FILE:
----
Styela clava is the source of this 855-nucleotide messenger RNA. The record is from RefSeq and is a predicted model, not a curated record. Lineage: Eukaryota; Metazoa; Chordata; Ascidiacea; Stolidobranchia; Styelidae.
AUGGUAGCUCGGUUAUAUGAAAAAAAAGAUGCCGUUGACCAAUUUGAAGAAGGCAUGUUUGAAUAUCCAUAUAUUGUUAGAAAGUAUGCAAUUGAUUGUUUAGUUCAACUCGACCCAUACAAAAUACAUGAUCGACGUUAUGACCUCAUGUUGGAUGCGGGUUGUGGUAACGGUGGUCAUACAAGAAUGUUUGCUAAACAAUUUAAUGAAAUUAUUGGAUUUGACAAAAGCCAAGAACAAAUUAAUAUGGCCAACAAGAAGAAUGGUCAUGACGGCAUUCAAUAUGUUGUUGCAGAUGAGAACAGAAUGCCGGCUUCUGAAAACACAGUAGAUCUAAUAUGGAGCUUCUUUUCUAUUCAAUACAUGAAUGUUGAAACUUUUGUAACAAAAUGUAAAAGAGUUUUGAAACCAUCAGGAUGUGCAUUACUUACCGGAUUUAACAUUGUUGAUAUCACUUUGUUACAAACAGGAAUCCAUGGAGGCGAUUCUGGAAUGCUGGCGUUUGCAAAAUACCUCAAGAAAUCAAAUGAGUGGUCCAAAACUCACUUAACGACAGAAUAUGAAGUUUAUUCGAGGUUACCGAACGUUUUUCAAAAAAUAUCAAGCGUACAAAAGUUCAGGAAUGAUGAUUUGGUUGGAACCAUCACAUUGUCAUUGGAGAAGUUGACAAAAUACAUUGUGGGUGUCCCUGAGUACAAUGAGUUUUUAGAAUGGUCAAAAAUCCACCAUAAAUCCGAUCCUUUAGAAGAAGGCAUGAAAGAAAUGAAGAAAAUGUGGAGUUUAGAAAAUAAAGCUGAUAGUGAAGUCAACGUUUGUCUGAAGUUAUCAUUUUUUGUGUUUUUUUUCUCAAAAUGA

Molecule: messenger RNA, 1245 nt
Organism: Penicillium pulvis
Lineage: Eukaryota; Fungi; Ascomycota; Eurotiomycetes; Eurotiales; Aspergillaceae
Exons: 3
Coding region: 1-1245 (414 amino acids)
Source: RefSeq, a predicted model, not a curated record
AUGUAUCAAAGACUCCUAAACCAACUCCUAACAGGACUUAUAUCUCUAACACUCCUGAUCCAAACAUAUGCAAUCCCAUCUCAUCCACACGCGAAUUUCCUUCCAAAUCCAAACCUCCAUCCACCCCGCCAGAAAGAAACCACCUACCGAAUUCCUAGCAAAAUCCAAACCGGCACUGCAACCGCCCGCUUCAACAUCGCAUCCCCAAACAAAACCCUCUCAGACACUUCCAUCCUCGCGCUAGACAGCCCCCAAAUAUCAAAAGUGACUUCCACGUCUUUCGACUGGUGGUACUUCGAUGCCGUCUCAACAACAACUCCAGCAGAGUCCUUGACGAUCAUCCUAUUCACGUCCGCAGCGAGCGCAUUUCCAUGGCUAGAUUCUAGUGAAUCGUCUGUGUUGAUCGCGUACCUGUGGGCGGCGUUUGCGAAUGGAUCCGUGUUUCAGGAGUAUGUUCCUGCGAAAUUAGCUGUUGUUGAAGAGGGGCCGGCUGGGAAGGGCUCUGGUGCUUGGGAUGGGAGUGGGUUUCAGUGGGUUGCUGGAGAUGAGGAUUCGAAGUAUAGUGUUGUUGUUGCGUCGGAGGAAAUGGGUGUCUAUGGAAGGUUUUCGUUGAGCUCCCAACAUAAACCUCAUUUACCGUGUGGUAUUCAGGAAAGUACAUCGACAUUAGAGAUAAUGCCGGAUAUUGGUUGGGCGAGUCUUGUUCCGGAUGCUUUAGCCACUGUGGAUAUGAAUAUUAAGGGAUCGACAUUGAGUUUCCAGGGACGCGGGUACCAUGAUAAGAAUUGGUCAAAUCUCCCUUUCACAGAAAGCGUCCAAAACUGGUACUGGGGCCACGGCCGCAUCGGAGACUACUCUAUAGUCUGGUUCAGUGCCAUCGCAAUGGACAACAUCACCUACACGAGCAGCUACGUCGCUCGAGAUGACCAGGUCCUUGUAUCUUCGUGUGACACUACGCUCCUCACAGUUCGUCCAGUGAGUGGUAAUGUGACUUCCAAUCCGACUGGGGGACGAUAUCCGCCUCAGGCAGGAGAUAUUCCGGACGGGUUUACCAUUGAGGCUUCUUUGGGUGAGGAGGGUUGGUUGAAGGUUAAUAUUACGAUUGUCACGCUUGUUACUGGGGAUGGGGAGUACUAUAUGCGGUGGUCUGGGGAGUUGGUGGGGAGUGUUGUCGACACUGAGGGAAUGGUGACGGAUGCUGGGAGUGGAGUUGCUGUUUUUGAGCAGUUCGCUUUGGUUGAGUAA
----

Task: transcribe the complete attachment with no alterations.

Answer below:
Styela clava is the source of this 855-nucleotide messenger RNA. The record is from RefSeq and is a predicted model, not a curated record. Lineage: Eukaryota; Metazoa; Chordata; Ascidiacea; Stolidobranchia; Styelidae.
AUGGUAGCUCGGUUAUAUGAAAAAAAAGAUGCCGUUGACCAAUUUGAAGAAGGCAUGUUUGAAUAUCCAUAUAUUGUUAGAAAGUAUGCAAUUGAUUGUUUAGUUCAACUCGACCCAUACAAAAUACAUGAUCGACGUUAUGACCUCAUGUUGGAUGCGGGUUGUGGUAACGGUGGUCAUACAAGAAUGUUUGCUAAACAAUUUAAUGAAAUUAUUGGAUUUGACAAAAGCCAAGAACAAAUUAAUAUGGCCAACAAGAAGAAUGGUCAUGACGGCAUUCAAUAUGUUGUUGCAGAUGAGAACAGAAUGCCGGCUUCUGAAAACACAGUAGAUCUAAUAUGGAGCUUCUUUUCUAUUCAAUACAUGAAUGUUGAAACUUUUGUAACAAAAUGUAAAAGAGUUUUGAAACCAUCAGGAUGUGCAUUACUUACCGGAUUUAACAUUGUUGAUAUCACUUUGUUACAAACAGGAAUCCAUGGAGGCGAUUCUGGAAUGCUGGCGUUUGCAAAAUACCUCAAGAAAUCAAAUGAGUGGUCCAAAACUCACUUAACGACAGAAUAUGAAGUUUAUUCGAGGUUACCGAACGUUUUUCAAAAAAUAUCAAGCGUACAAAAGUUCAGGAAUGAUGAUUUGGUUGGAACCAUCACAUUGUCAUUGGAGAAGUUGACAAAAUACAUUGUGGGUGUCCCUGAGUACAAUGAGUUUUUAGAAUGGUCAAAAAUCCACCAUAAAUCCGAUCCUUUAGAAGAAGGCAUGAAAGAAAUGAAGAAAAUGUGGAGUUUAGAAAAUAAAGCUGAUAGUGAAGUCAACGUUUGUCUGAAGUUAUCAUUUUUUGUGUUUUUUUUCUCAAAAUGA

Molecule: messenger RNA, 1245 nt
Organism: Penicillium pulvis
Lineage: Eukaryota; Fungi; Ascomycota; Eurotiomycetes; Eurotiales; Aspergillaceae
Exons: 3
Coding region: 1-1245 (414 amino acids)
Source: RefSeq, a predicted model, not a curated record
AUGUAUCAAAGACUCCUAAACCAACUCCUAACAGGACUUAUAUCUCUAACACUCCUGAUCCAAACAUAUGCAAUCCCAUCUCAUCCACACGCGAAUUUCCUUCCAAAUCCAAACCUCCAUCCACCCCGCCAGAAAGAAACCACCUACCGAAUUCCUAGCAAAAUCCAAACCGGCACUGCAACCGCCCGCUUCAACAUCGCAUCCCCAAACAAAACCCUCUCAGACACUUCCAUCCUCGCGCUAGACAGCCCCCAAAUAUCAAAAGUGACUUCCACGUCUUUCGACUGGUGGUACUUCGAUGCCGUCUCAACAACAACUCCAGCAGAGUCCUUGACGAUCAUCCUAUUCACGUCCGCAGCGAGCGCAUUUCCAUGGCUAGAUUCUAGUGAAUCGUCUGUGUUGAUCGCGUACCUGUGGGCGGCGUUUGCGAAUGGAUCCGUGUUUCAGGAGUAUGUUCCUGCGAAAUUAGCUGUUGUUGAAGAGGGGCCGGCUGGGAAGGGCUCUGGUGCUUGGGAUGGGAGUGGGUUUCAGUGGGUUGCUGGAGAUGAGGAUUCGAAGUAUAGUGUUGUUGUUGCGUCGGAGGAAAUGGGUGUCUAUGGAAGGUUUUCGUUGAGCUCCCAACAUAAACCUCAUUUACCGUGUGGUAUUCAGGAAAGUACAUCGACAUUAGAGAUAAUGCCGGAUAUUGGUUGGGCGAGUCUUGUUCCGGAUGCUUUAGCCACUGUGGAUAUGAAUAUUAAGGGAUCGACAUUGAGUUUCCAGGGACGCGGGUACCAUGAUAAGAAUUGGUCAAAUCUCCCUUUCACAGAAAGCGUCCAAAACUGGUACUGGGGCCACGGCCGCAUCGGAGACUACUCUAUAGUCUGGUUCAGUGCCAUCGCAAUGGACAACAUCACCUACACGAGCAGCUACGUCGCUCGAGAUGACCAGGUCCUUGUAUCUUCGUGUGACACUACGCUCCUCACAGUUCGUCCAGUGAGUGGUAAUGUGACUUCCAAUCCGACUGGGGGACGAUAUCCGCCUCAGGCAGGAGAUAUUCCGGACGGGUUUACCAUUGAGGCUUCUUUGGGUGAGGAGGGUUGGUUGAAGGUUAAUAUUACGAUUGUCACGCUUGUUACUGGGGAUGGGGAGUACUAUAUGCGGUGGUCUGGGGAGUUGGUGGGGAGUGUUGUCGACACUGAGGGAAUGGUGACGGAUGCUGGGAGUGGAGUUGCUGUUUUUGAGCAGUUCGCUUUGGUUGAGUAA